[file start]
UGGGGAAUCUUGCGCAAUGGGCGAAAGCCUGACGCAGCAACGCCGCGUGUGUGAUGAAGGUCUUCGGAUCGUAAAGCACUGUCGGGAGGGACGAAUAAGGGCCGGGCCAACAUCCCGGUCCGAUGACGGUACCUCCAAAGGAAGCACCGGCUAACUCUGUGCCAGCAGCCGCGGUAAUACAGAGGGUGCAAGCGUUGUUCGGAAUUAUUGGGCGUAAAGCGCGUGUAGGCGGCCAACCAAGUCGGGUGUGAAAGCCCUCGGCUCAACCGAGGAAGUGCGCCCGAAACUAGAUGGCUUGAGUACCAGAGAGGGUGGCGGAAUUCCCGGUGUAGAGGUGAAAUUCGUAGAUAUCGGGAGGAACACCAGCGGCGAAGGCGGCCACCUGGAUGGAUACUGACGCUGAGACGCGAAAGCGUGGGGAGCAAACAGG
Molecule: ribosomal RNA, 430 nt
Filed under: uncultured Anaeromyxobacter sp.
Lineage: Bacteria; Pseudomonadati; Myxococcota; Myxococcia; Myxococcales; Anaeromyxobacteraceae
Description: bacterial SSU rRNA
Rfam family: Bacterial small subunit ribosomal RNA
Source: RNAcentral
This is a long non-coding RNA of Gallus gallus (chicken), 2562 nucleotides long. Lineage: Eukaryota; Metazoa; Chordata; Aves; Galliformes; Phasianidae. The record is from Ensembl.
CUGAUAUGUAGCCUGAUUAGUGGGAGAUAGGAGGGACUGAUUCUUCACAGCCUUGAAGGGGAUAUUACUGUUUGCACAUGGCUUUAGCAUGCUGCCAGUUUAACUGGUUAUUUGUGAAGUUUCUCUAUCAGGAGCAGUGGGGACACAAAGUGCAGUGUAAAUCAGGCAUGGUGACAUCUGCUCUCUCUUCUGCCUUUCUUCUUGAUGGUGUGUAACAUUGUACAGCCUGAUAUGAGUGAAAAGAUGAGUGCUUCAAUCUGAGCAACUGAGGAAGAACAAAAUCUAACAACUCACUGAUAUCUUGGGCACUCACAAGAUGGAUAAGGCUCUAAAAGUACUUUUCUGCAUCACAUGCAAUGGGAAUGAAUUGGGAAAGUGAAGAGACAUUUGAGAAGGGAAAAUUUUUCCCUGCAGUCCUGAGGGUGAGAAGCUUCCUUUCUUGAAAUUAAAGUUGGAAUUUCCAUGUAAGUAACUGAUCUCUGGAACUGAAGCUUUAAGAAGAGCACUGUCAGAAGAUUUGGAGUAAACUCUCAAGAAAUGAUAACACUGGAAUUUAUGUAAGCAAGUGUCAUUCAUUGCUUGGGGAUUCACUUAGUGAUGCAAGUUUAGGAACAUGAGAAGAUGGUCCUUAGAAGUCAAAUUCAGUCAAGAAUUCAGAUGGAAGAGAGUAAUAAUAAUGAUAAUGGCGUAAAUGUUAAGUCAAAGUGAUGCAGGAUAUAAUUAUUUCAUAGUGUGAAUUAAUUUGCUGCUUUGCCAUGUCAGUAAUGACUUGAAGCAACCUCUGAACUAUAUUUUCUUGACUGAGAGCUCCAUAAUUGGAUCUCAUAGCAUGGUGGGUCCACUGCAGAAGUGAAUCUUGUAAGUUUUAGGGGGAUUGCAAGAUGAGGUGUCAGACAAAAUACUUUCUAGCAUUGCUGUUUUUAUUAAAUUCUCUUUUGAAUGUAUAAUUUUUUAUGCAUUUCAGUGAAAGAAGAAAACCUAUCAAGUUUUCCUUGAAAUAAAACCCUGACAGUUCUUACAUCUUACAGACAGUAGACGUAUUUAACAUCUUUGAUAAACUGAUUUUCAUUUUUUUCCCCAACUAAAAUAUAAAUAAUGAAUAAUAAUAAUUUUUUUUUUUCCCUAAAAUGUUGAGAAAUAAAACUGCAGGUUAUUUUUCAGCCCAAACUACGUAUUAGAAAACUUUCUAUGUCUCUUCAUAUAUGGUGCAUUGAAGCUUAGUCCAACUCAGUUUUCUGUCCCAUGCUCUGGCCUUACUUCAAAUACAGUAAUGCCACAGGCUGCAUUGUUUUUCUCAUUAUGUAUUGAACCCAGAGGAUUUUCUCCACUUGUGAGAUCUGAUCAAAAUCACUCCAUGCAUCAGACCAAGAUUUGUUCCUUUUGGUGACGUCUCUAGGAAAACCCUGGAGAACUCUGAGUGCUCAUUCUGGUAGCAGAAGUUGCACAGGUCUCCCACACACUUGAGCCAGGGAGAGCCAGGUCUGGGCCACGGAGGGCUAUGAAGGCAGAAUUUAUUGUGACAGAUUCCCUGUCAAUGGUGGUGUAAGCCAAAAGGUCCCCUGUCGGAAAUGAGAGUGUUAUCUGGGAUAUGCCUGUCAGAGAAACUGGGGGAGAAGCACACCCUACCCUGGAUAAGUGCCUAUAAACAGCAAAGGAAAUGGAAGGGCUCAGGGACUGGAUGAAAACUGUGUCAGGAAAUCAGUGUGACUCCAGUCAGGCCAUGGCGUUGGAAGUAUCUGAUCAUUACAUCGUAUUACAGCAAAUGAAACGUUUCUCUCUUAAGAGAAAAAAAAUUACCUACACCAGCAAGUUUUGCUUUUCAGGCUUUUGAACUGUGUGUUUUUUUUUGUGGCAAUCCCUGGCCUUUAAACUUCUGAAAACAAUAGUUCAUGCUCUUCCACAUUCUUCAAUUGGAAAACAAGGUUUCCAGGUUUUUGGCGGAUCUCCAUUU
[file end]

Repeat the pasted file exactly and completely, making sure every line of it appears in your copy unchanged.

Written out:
UGGGGAAUCUUGCGCAAUGGGCGAAAGCCUGACGCAGCAACGCCGCGUGUGUGAUGAAGGUCUUCGGAUCGUAAAGCACUGUCGGGAGGGACGAAUAAGGGCCGGGCCAACAUCCCGGUCCGAUGACGGUACCUCCAAAGGAAGCACCGGCUAACUCUGUGCCAGCAGCCGCGGUAAUACAGAGGGUGCAAGCGUUGUUCGGAAUUAUUGGGCGUAAAGCGCGUGUAGGCGGCCAACCAAGUCGGGUGUGAAAGCCCUCGGCUCAACCGAGGAAGUGCGCCCGAAACUAGAUGGCUUGAGUACCAGAGAGGGUGGCGGAAUUCCCGGUGUAGAGGUGAAAUUCGUAGAUAUCGGGAGGAACACCAGCGGCGAAGGCGGCCACCUGGAUGGAUACUGACGCUGAGACGCGAAAGCGUGGGGAGCAAACAGG
Molecule: ribosomal RNA, 430 nt
Filed under: uncultured Anaeromyxobacter sp.
Lineage: Bacteria; Pseudomonadati; Myxococcota; Myxococcia; Myxococcales; Anaeromyxobacteraceae
Description: bacterial SSU rRNA
Rfam family: Bacterial small subunit ribosomal RNA
Source: RNAcentral
This is a long non-coding RNA of Gallus gallus (chicken), 2562 nucleotides long. Lineage: Eukaryota; Metazoa; Chordata; Aves; Galliformes; Phasianidae. The record is from Ensembl.
CUGAUAUGUAGCCUGAUUAGUGGGAGAUAGGAGGGACUGAUUCUUCACAGCCUUGAAGGGGAUAUUACUGUUUGCACAUGGCUUUAGCAUGCUGCCAGUUUAACUGGUUAUUUGUGAAGUUUCUCUAUCAGGAGCAGUGGGGACACAAAGUGCAGUGUAAAUCAGGCAUGGUGACAUCUGCUCUCUCUUCUGCCUUUCUUCUUGAUGGUGUGUAACAUUGUACAGCCUGAUAUGAGUGAAAAGAUGAGUGCUUCAAUCUGAGCAACUGAGGAAGAACAAAAUCUAACAACUCACUGAUAUCUUGGGCACUCACAAGAUGGAUAAGGCUCUAAAAGUACUUUUCUGCAUCACAUGCAAUGGGAAUGAAUUGGGAAAGUGAAGAGACAUUUGAGAAGGGAAAAUUUUUCCCUGCAGUCCUGAGGGUGAGAAGCUUCCUUUCUUGAAAUUAAAGUUGGAAUUUCCAUGUAAGUAACUGAUCUCUGGAACUGAAGCUUUAAGAAGAGCACUGUCAGAAGAUUUGGAGUAAACUCUCAAGAAAUGAUAACACUGGAAUUUAUGUAAGCAAGUGUCAUUCAUUGCUUGGGGAUUCACUUAGUGAUGCAAGUUUAGGAACAUGAGAAGAUGGUCCUUAGAAGUCAAAUUCAGUCAAGAAUUCAGAUGGAAGAGAGUAAUAAUAAUGAUAAUGGCGUAAAUGUUAAGUCAAAGUGAUGCAGGAUAUAAUUAUUUCAUAGUGUGAAUUAAUUUGCUGCUUUGCCAUGUCAGUAAUGACUUGAAGCAACCUCUGAACUAUAUUUUCUUGACUGAGAGCUCCAUAAUUGGAUCUCAUAGCAUGGUGGGUCCACUGCAGAAGUGAAUCUUGUAAGUUUUAGGGGGAUUGCAAGAUGAGGUGUCAGACAAAAUACUUUCUAGCAUUGCUGUUUUUAUUAAAUUCUCUUUUGAAUGUAUAAUUUUUUAUGCAUUUCAGUGAAAGAAGAAAACCUAUCAAGUUUUCCUUGAAAUAAAACCCUGACAGUUCUUACAUCUUACAGACAGUAGACGUAUUUAACAUCUUUGAUAAACUGAUUUUCAUUUUUUUCCCCAACUAAAAUAUAAAUAAUGAAUAAUAAUAAUUUUUUUUUUUCCCUAAAAUGUUGAGAAAUAAAACUGCAGGUUAUUUUUCAGCCCAAACUACGUAUUAGAAAACUUUCUAUGUCUCUUCAUAUAUGGUGCAUUGAAGCUUAGUCCAACUCAGUUUUCUGUCCCAUGCUCUGGCCUUACUUCAAAUACAGUAAUGCCACAGGCUGCAUUGUUUUUCUCAUUAUGUAUUGAACCCAGAGGAUUUUCUCCACUUGUGAGAUCUGAUCAAAAUCACUCCAUGCAUCAGACCAAGAUUUGUUCCUUUUGGUGACGUCUCUAGGAAAACCCUGGAGAACUCUGAGUGCUCAUUCUGGUAGCAGAAGUUGCACAGGUCUCCCACACACUUGAGCCAGGGAGAGCCAGGUCUGGGCCACGGAGGGCUAUGAAGGCAGAAUUUAUUGUGACAGAUUCCCUGUCAAUGGUGGUGUAAGCCAAAAGGUCCCCUGUCGGAAAUGAGAGUGUUAUCUGGGAUAUGCCUGUCAGAGAAACUGGGGGAGAAGCACACCCUACCCUGGAUAAGUGCCUAUAAACAGCAAAGGAAAUGGAAGGGCUCAGGGACUGGAUGAAAACUGUGUCAGGAAAUCAGUGUGACUCCAGUCAGGCCAUGGCGUUGGAAGUAUCUGAUCAUUACAUCGUAUUACAGCAAAUGAAACGUUUCUCUCUUAAGAGAAAAAAAAUUACCUACACCAGCAAGUUUUGCUUUUCAGGCUUUUGAACUGUGUGUUUUUUUUUGUGGCAAUCCCUGGCCUUUAAACUUCUGAAAACAAUAGUUCAUGCUCUUCCACAUUCUUCAAUUGGAAAACAAGGUUUCCAGGUUUUUGGCGGAUCUCCAUUU